With regard to product quality, are your customers interested in your products because they look good, they’re cheap, they’re durable, because they solve a very specific problem well, or any combination of these? Product quality is that feature or set of features that reliably solves the problem or set of problems the customer bought it to solve. But quality overall refers to more than just product quality. Quality is the whole experience.
In ecommerce, quality begins with the experience each customer has on your website, through product delivery and unboxing, to every time the product is used. Begin cultivating a quality-focused mindset by asking, “How organized are my processes?” Remember, standardization and consistency maximize efficiency. This begins with recruiting and training your personnel, continues with well-defined work processes, and centers upon clear, open communication both within your operation and between the company and customers.
Any increase in customer satisfaction is an indication you are doing something right. Build on these by obtaining feedback from suppliers, partners, and employees alike to further improve practices. This feedback will point out areas of weakness and strength which resolved will help build positive brand image and simultaneously increase your productivity and profitability.
You should select a product quality level in line with your positioning strategy. This will help customers answer the question, “Why should I buy this brand?” Your brand positioning strategy determines the value proposition you make to your customers. This is the promise you make to your potential customers that gets them to convert and buy your product. The most important concern to remember here is to never make promises you can’t keep.
With this in mind, your company can utilize any of multiple positioning strategies. These tend to vary by company, product, and target market, directly affecting success.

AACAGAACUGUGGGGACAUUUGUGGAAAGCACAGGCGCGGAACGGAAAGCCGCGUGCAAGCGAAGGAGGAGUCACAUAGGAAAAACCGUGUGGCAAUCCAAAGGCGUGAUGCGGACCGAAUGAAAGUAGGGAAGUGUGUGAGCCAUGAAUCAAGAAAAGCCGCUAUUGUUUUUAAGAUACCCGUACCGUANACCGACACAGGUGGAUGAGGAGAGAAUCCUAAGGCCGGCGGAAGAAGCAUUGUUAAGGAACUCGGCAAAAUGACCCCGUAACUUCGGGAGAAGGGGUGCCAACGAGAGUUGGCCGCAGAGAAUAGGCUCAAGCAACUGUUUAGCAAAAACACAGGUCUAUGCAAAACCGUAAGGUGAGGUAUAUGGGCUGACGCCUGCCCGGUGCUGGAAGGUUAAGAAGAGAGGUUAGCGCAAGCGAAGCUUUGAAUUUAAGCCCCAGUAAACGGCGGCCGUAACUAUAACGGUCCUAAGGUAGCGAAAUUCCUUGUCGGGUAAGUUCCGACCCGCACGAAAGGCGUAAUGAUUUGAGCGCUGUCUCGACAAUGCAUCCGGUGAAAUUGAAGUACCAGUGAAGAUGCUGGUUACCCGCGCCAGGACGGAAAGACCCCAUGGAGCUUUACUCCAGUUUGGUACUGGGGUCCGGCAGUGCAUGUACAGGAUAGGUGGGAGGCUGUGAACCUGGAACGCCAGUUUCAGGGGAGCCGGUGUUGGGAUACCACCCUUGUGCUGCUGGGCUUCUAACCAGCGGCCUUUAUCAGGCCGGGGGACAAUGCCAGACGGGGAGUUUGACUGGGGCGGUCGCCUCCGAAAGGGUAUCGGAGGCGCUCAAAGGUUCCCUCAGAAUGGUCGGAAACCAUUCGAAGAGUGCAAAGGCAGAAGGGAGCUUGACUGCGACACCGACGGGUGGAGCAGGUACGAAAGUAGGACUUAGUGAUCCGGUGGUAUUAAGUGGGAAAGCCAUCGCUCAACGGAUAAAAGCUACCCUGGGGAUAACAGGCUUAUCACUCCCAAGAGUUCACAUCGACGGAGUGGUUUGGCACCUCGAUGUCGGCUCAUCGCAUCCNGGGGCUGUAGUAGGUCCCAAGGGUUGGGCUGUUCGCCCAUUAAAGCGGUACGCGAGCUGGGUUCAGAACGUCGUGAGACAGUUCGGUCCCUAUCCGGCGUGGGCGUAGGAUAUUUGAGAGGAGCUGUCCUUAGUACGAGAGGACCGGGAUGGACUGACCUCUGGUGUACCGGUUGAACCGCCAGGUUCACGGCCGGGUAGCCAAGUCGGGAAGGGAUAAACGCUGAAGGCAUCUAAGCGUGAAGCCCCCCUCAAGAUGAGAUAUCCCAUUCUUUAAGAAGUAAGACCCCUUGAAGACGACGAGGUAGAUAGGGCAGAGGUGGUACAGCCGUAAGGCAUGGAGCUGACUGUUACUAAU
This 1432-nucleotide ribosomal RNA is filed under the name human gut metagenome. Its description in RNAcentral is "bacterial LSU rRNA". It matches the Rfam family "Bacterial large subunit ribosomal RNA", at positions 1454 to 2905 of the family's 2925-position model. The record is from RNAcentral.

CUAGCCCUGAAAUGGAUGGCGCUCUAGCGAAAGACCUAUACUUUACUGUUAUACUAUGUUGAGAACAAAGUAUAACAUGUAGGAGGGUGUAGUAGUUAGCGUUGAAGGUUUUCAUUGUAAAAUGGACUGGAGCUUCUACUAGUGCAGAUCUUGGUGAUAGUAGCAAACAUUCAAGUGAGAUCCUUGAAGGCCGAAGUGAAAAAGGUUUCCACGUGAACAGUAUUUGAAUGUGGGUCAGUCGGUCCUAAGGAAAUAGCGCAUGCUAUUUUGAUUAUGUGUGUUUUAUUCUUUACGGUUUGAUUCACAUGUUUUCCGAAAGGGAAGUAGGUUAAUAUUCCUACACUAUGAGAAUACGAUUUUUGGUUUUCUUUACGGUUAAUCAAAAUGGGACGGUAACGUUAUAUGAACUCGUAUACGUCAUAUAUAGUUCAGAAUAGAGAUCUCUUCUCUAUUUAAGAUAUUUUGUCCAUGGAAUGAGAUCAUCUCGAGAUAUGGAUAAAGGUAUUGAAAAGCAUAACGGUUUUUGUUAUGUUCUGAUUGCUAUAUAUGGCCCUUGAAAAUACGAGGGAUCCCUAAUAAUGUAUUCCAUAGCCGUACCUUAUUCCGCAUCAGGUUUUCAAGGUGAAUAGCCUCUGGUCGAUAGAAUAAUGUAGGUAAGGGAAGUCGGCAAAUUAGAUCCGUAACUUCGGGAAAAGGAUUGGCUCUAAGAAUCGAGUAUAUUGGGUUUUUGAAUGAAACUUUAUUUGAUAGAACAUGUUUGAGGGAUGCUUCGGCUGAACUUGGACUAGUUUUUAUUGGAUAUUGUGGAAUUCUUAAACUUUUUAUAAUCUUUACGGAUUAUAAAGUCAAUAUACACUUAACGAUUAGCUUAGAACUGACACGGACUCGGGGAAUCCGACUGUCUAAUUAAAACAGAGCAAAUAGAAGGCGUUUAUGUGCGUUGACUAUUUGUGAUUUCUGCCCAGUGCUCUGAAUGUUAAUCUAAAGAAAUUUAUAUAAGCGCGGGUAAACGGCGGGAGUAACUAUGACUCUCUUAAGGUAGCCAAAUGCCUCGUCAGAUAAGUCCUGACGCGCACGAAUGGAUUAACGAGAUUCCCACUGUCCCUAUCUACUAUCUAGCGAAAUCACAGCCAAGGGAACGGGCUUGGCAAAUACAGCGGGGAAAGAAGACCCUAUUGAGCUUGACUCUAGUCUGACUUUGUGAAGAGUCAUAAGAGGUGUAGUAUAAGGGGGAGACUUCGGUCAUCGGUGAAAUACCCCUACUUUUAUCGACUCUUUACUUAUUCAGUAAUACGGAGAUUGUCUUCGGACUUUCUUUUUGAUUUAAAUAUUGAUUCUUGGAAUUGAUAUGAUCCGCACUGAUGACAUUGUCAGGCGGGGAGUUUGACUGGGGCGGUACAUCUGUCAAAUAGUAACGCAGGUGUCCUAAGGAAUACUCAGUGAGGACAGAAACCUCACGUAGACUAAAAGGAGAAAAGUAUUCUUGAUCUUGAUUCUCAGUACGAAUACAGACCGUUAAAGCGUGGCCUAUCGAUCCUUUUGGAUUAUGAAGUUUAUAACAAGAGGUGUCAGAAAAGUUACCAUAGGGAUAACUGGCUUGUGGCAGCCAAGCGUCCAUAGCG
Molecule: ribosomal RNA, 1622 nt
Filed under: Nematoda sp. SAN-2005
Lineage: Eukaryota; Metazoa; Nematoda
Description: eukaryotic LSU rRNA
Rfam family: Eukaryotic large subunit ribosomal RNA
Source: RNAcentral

- Less for Less – sell lower quality products at a significant discount
- Same for Less – charge less than your competitors do for the same products
- More for Less – sell a product that outperforms your competitors’ products at a lower price
- More for Same – charge customers what your competitors charge, but provide better products
- More for More – sell a premium product at a premium price
Companies gravitate toward or shy away from these positioning strategies according to the implication they can have on overall brand image. Do you want your company to be known for its absolute rock bottom prices or will identifying with material excess drive success? Your positioning strategy is the link between your customers and your products, and must therefore suit both.
The Silent Salesman: Presentation
Optimizing your products’ attributes means paying attention to every possible detail. Presentation is an easy product attribute to ignore or forget. For example, you’re already selling the best solution in a demand-heavy market, but sales are low. The problem could be your packaging or unboxing experience.
Your packaging needs to drive intrigue and your unboxing experience has to balance excitement against tedium. The truth is that instinct buying is taking over, and this is primarily driven by the visual. Even before the logical side of the brain has time to weigh the decision, it’s been made and the most attractively presented product flies off the shelf. So, thinking like an imp customer making somewhat impulsive product decisions can inform your presentation choices.
When designing your packaging, apply sensory triggers to generate the subconscious emotional responses that drive expectation and excitement. Your packaging should tell your customers what they are getting with only a glance. It should also follow your product design message and be just different enough to tantalize your customers. Including extra surprises along with your packaging drives positive unboxing experiences, driving popularity and positive reviews. Finally, packaging has to more than adequately protect your products from damage that may occur during delivery.
Never underestimate the power emotions have over purchase decisions. Customers tend to buy products when companies have worked to provoke their feelings. Your packaging should mirror this strategy and trigger emotional engagement with your customers. This is the silent salesman at work.
Now that you know why managing your product attributes well is so important, see what CATSY’s product information management solution can do for you.